Momentum is building as the Charles Hall Museum of History & Heritage gears up for its fourth annual Cherohala Skyway Festival, scheduled from 10 a.m. to 5 p.m. for Saturday, Oct. 26, at the Charles Hall Museum and its grounds. Admission is free. There will be a $5 per vehicle preferred parking charge.

“Planning and hosting the festival is one of our major events at the museum,” Pam Hall Mathews said, president of the Board of the Charles Hall Museum and event coordinator. “It feels like a big community reunion with invited guests as locals and tourists come together to enjoy the festival and the many collections at the museum.”

This year’s event commemorates Monroe County’s Bicentennial and attendees are encouraged to dress in period clothing.

“If you come dressed for the time period, you will receive a free bag of popcorn at the Charles Hall Museum’s booth,” Mathews said.

A special area at the festival will feature the Monroe County Bicentennial History Zone. History buffs and collectors will display their prized historical items and collections. Individuals, groups, businesses, schools and churches are invited to “show and tell” about their long-standing history in the county. All areas and towns in Monroe County are encouraged to participate. To register for this specialized area, contact Laura Raby Harris at lauraharris@cho tahealth.org. There is no entry fee if no items are sold.

The Josh Graves Memorial Dobro Pickoff

The Cherohala Skyway Festival will also feature some popular bluegrass musicians and groups. Faith Willin (Diane and Perry Brake) will kick off the music at 10 a.m.

The Farm Hands, the No. 1 bluegrass band in the United States and veterans of The Grand Ole Opry, will follow at 11 a.m. This talented foursome has more than 60 national awards and nominations. They are Grammy Award winners, Bluegrass Music’s Entertainers of the Year, hit songwriters and celebrated instrumentalists.

The Farm Hands features Tellico’s own Tim Graves. The Graves Brothers, Tim and his talented brothers Tedd and Mike, will play between sets of The Farms Hands between 11 a.m. and 2 p.m.

The Josh Graves Memorial Dobro Pickoff Competition, sponsored by the Monroe County Bicentennial Committee, will be held at 3 p.m. The contest is limited to 10 entries. There is no fee to enter the competition. Tim Graves, dobro player for The Farm Hands, 14-time winner of the Dobro Player of the Year, and the late Josh Graves’ nephew, will moderate the pick-off competition interlaced with human interest stories about “Uncle Josh.”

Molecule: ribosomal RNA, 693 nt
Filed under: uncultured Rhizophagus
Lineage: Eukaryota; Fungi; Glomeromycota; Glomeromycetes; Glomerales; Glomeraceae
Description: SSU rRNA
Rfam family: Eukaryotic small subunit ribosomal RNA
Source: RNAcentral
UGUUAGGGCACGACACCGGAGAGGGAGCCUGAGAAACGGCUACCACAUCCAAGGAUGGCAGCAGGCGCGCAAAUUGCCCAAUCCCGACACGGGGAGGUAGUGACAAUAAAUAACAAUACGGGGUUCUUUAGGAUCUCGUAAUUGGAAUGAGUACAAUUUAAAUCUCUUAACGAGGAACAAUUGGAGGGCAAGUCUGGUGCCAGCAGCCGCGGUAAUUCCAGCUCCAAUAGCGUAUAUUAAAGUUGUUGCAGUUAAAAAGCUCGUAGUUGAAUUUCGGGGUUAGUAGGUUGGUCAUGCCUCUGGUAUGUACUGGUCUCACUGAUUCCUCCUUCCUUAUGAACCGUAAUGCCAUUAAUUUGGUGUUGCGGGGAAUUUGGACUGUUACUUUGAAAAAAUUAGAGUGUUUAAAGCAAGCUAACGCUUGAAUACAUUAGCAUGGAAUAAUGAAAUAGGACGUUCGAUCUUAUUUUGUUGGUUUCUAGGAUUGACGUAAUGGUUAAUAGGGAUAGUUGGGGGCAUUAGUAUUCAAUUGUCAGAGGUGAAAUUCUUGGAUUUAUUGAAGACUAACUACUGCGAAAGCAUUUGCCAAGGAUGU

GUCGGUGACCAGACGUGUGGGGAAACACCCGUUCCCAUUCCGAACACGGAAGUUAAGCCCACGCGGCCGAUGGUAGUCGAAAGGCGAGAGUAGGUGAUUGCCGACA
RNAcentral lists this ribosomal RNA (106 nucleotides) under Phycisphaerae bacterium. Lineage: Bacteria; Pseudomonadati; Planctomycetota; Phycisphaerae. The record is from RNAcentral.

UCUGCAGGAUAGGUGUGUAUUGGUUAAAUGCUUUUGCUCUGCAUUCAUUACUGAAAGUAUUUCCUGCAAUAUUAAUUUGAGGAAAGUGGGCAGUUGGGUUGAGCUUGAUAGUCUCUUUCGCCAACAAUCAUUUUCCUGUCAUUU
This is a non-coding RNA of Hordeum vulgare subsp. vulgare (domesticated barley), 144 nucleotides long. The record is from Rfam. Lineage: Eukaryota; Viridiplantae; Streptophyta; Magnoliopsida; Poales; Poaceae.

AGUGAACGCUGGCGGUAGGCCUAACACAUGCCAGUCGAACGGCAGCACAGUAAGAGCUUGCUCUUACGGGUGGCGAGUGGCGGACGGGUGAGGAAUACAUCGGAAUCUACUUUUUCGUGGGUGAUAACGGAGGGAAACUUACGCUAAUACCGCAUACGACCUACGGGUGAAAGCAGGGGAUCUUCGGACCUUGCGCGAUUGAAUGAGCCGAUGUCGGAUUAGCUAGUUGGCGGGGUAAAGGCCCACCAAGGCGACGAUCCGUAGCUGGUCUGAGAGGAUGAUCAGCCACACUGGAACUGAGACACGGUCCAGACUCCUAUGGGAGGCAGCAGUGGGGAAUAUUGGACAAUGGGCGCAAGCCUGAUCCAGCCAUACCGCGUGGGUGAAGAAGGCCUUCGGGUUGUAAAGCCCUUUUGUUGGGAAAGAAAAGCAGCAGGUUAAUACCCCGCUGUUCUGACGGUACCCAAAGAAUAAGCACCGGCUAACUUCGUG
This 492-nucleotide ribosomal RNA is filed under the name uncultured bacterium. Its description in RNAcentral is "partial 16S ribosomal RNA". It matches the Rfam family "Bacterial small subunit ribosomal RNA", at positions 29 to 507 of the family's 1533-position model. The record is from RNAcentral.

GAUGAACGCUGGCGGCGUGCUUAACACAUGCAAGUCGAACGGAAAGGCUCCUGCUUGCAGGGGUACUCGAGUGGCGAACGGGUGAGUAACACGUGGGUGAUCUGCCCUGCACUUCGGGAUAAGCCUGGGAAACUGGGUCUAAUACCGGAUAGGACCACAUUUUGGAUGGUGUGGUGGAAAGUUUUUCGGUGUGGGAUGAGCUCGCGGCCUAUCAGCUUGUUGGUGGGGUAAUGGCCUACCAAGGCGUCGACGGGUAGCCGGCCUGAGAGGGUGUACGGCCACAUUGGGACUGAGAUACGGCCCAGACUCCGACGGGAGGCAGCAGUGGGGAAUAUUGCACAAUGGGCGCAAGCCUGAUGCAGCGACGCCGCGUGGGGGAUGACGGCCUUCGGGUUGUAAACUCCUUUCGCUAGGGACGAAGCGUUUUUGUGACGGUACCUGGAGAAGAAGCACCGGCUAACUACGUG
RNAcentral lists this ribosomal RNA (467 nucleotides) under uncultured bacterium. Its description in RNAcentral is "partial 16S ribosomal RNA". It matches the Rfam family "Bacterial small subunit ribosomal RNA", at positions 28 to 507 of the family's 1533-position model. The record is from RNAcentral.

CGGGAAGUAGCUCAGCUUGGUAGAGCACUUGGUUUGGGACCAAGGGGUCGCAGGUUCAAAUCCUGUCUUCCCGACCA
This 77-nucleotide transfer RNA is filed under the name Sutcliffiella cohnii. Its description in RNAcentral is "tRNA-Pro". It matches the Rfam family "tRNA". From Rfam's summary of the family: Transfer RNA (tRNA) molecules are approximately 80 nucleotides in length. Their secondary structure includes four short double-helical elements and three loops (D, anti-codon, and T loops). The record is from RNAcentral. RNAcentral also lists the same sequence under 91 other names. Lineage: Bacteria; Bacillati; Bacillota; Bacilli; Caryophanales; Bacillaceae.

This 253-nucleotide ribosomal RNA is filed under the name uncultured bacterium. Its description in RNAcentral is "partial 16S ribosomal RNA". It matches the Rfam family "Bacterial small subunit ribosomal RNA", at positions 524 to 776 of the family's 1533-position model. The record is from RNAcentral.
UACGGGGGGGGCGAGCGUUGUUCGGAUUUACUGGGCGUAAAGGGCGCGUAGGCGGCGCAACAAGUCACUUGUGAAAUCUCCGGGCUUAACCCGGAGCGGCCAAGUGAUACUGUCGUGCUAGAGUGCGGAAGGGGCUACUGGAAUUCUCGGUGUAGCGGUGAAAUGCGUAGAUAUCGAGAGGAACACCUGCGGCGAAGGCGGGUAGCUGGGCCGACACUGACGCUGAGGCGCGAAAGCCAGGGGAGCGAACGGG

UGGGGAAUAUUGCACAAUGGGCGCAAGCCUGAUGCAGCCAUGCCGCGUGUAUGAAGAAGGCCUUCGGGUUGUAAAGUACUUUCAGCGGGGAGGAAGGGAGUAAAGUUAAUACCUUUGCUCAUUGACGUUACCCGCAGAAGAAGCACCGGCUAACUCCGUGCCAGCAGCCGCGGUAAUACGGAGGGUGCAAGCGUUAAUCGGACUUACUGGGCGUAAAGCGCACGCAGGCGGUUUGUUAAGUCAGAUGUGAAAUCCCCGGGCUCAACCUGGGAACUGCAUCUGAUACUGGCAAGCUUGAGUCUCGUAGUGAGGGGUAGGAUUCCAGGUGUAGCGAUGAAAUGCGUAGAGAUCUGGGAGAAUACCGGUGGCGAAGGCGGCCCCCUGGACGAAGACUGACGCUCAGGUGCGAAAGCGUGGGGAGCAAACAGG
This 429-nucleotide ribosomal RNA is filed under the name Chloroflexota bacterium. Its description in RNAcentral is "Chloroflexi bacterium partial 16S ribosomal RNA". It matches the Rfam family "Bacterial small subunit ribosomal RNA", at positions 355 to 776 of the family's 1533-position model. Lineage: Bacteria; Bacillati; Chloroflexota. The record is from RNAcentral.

First, second, third and fourth place prizes, ranging from $100 to $250, will be awarded. To enter, call County Archives Director Jo Stakely at 423-519-0334.

“Love to clog? Bring your clogging shoes and enjoy this heritage dance on the temporary dance floor beside the stage,” Mathews said.

The popular bluegrass band Just Us will also play sets at 2 p.m. and 4 p.m. on either side of the Josh Graves Memorial Dobro Pickoff.

Sawdust dig and more

In addition to mountain music, there will be a variety of activities to entertain children, including inflatables, face painting, free barrel train rides, a petting zoo and crafts. All ages can also enjoy free horse-drawn wagon rides throughout the day.

New to this year’s festival is the Sawdust Dig, sponsored by Volunteer Federal Bank. Children up to age 11 will be able to dig for treasures — and cash! Participants will be divided into age groups and the pile of sawdust (and prizes) will be re-loaded several times for this event. Digs will be at 11:30 a.m. and 2:30 p.m.

The Cherokee National Forest will host a Smokey the Bear Birthday Bash at 1:30 p.m. at their booth. Stop by for a photo opportunity with Smokey, birthday cake and a special drawing. The Charles Hall Museum of History & Heritage’s area will also have birthday cards for children to color for Smokey, which include a pledge to “help prevent wildfires!”